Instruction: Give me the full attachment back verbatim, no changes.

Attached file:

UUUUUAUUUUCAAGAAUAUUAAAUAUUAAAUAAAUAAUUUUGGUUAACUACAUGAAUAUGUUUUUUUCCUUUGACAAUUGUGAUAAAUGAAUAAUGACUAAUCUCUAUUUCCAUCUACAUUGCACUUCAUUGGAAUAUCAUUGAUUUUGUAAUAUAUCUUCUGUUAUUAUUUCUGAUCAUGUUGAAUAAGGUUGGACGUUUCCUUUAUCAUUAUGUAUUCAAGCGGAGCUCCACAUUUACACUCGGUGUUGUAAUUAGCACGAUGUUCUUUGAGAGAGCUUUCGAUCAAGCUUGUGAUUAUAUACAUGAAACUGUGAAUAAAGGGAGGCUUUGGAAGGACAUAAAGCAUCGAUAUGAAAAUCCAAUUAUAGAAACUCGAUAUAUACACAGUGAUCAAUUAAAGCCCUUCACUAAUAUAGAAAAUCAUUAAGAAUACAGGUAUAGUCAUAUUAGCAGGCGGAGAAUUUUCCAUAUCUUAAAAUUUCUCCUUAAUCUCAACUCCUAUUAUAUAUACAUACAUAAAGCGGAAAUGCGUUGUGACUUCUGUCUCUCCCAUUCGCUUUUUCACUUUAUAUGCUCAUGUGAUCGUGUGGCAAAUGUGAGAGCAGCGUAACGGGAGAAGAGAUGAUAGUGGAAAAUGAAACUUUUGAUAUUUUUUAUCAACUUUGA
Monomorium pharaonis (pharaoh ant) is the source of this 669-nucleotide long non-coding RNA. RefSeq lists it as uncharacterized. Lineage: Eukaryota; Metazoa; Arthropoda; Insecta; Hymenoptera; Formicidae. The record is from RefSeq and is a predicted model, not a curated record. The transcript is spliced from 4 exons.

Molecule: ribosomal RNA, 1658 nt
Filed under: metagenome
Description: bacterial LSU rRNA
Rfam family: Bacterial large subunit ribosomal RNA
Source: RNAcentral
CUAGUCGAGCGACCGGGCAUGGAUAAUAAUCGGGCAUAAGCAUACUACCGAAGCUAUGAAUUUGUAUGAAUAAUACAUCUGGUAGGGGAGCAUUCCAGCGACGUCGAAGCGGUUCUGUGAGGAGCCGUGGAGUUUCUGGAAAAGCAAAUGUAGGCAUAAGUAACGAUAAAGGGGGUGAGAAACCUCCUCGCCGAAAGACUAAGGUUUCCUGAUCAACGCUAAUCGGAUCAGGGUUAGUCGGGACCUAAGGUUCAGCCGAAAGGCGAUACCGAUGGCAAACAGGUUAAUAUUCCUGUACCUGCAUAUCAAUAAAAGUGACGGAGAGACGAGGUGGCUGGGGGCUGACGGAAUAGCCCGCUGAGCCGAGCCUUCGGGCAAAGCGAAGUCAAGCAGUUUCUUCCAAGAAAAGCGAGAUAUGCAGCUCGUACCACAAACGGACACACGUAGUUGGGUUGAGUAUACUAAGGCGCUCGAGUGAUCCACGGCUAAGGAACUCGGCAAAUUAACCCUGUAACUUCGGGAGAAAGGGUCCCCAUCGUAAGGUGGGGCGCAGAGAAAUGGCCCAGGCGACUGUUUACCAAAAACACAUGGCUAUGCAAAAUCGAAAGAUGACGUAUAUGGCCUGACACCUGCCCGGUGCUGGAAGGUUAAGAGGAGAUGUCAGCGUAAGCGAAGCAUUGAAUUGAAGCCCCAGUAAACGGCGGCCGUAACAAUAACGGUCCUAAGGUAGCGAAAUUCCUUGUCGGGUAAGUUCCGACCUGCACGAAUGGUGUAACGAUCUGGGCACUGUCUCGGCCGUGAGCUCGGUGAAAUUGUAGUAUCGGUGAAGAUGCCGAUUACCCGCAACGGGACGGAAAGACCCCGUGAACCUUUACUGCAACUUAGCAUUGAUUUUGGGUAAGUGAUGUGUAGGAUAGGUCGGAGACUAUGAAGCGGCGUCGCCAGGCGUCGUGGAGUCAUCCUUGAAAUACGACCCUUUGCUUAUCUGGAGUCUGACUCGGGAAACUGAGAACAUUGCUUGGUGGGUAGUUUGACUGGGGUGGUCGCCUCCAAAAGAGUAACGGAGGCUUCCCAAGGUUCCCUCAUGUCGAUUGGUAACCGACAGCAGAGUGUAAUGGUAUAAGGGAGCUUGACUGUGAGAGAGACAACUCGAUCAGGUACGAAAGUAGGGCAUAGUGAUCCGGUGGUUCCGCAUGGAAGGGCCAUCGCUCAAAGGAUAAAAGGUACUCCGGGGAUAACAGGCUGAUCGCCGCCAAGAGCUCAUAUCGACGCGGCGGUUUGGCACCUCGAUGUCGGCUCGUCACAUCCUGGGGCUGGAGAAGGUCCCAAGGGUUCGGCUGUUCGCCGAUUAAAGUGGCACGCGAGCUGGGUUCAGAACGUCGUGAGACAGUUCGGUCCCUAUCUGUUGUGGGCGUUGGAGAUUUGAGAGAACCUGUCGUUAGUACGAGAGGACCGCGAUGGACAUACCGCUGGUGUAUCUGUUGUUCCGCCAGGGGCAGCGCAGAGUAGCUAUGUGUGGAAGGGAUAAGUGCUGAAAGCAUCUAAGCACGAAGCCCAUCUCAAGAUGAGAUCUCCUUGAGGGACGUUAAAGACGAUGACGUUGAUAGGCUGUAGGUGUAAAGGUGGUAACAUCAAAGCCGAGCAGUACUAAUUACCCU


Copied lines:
UUUUUAUUUUCAAGAAUAUUAAAUAUUAAAUAAAUAAUUUUGGUUAACUACAUGAAUAUGUUUUUUUCCUUUGACAAUUGUGAUAAAUGAAUAAUGACUAAUCUCUAUUUCCAUCUACAUUGCACUUCAUUGGAAUAUCAUUGAUUUUGUAAUAUAUCUUCUGUUAUUAUUUCUGAUCAUGUUGAAUAAGGUUGGACGUUUCCUUUAUCAUUAUGUAUUCAAGCGGAGCUCCACAUUUACACUCGGUGUUGUAAUUAGCACGAUGUUCUUUGAGAGAGCUUUCGAUCAAGCUUGUGAUUAUAUACAUGAAACUGUGAAUAAAGGGAGGCUUUGGAAGGACAUAAAGCAUCGAUAUGAAAAUCCAAUUAUAGAAACUCGAUAUAUACACAGUGAUCAAUUAAAGCCCUUCACUAAUAUAGAAAAUCAUUAAGAAUACAGGUAUAGUCAUAUUAGCAGGCGGAGAAUUUUCCAUAUCUUAAAAUUUCUCCUUAAUCUCAACUCCUAUUAUAUAUACAUACAUAAAGCGGAAAUGCGUUGUGACUUCUGUCUCUCCCAUUCGCUUUUUCACUUUAUAUGCUCAUGUGAUCGUGUGGCAAAUGUGAGAGCAGCGUAACGGGAGAAGAGAUGAUAGUGGAAAAUGAAACUUUUGAUAUUUUUUAUCAACUUUGA
Monomorium pharaonis (pharaoh ant) is the source of this 669-nucleotide long non-coding RNA. RefSeq lists it as uncharacterized. Lineage: Eukaryota; Metazoa; Arthropoda; Insecta; Hymenoptera; Formicidae. The record is from RefSeq and is a predicted model, not a curated record. The transcript is spliced from 4 exons.

Molecule: ribosomal RNA, 1658 nt
Filed under: metagenome
Description: bacterial LSU rRNA
Rfam family: Bacterial large subunit ribosomal RNA
Source: RNAcentral
CUAGUCGAGCGACCGGGCAUGGAUAAUAAUCGGGCAUAAGCAUACUACCGAAGCUAUGAAUUUGUAUGAAUAAUACAUCUGGUAGGGGAGCAUUCCAGCGACGUCGAAGCGGUUCUGUGAGGAGCCGUGGAGUUUCUGGAAAAGCAAAUGUAGGCAUAAGUAACGAUAAAGGGGGUGAGAAACCUCCUCGCCGAAAGACUAAGGUUUCCUGAUCAACGCUAAUCGGAUCAGGGUUAGUCGGGACCUAAGGUUCAGCCGAAAGGCGAUACCGAUGGCAAACAGGUUAAUAUUCCUGUACCUGCAUAUCAAUAAAAGUGACGGAGAGACGAGGUGGCUGGGGGCUGACGGAAUAGCCCGCUGAGCCGAGCCUUCGGGCAAAGCGAAGUCAAGCAGUUUCUUCCAAGAAAAGCGAGAUAUGCAGCUCGUACCACAAACGGACACACGUAGUUGGGUUGAGUAUACUAAGGCGCUCGAGUGAUCCACGGCUAAGGAACUCGGCAAAUUAACCCUGUAACUUCGGGAGAAAGGGUCCCCAUCGUAAGGUGGGGCGCAGAGAAAUGGCCCAGGCGACUGUUUACCAAAAACACAUGGCUAUGCAAAAUCGAAAGAUGACGUAUAUGGCCUGACACCUGCCCGGUGCUGGAAGGUUAAGAGGAGAUGUCAGCGUAAGCGAAGCAUUGAAUUGAAGCCCCAGUAAACGGCGGCCGUAACAAUAACGGUCCUAAGGUAGCGAAAUUCCUUGUCGGGUAAGUUCCGACCUGCACGAAUGGUGUAACGAUCUGGGCACUGUCUCGGCCGUGAGCUCGGUGAAAUUGUAGUAUCGGUGAAGAUGCCGAUUACCCGCAACGGGACGGAAAGACCCCGUGAACCUUUACUGCAACUUAGCAUUGAUUUUGGGUAAGUGAUGUGUAGGAUAGGUCGGAGACUAUGAAGCGGCGUCGCCAGGCGUCGUGGAGUCAUCCUUGAAAUACGACCCUUUGCUUAUCUGGAGUCUGACUCGGGAAACUGAGAACAUUGCUUGGUGGGUAGUUUGACUGGGGUGGUCGCCUCCAAAAGAGUAACGGAGGCUUCCCAAGGUUCCCUCAUGUCGAUUGGUAACCGACAGCAGAGUGUAAUGGUAUAAGGGAGCUUGACUGUGAGAGAGACAACUCGAUCAGGUACGAAAGUAGGGCAUAGUGAUCCGGUGGUUCCGCAUGGAAGGGCCAUCGCUCAAAGGAUAAAAGGUACUCCGGGGAUAACAGGCUGAUCGCCGCCAAGAGCUCAUAUCGACGCGGCGGUUUGGCACCUCGAUGUCGGCUCGUCACAUCCUGGGGCUGGAGAAGGUCCCAAGGGUUCGGCUGUUCGCCGAUUAAAGUGGCACGCGAGCUGGGUUCAGAACGUCGUGAGACAGUUCGGUCCCUAUCUGUUGUGGGCGUUGGAGAUUUGAGAGAACCUGUCGUUAGUACGAGAGGACCGCGAUGGACAUACCGCUGGUGUAUCUGUUGUUCCGCCAGGGGCAGCGCAGAGUAGCUAUGUGUGGAAGGGAUAAGUGCUGAAAGCAUCUAAGCACGAAGCCCAUCUCAAGAUGAGAUCUCCUUGAGGGACGUUAAAGACGAUGACGUUGAUAGGCUGUAGGUGUAAAGGUGGUAACAUCAAAGCCGAGCAGUACUAAUUACCCU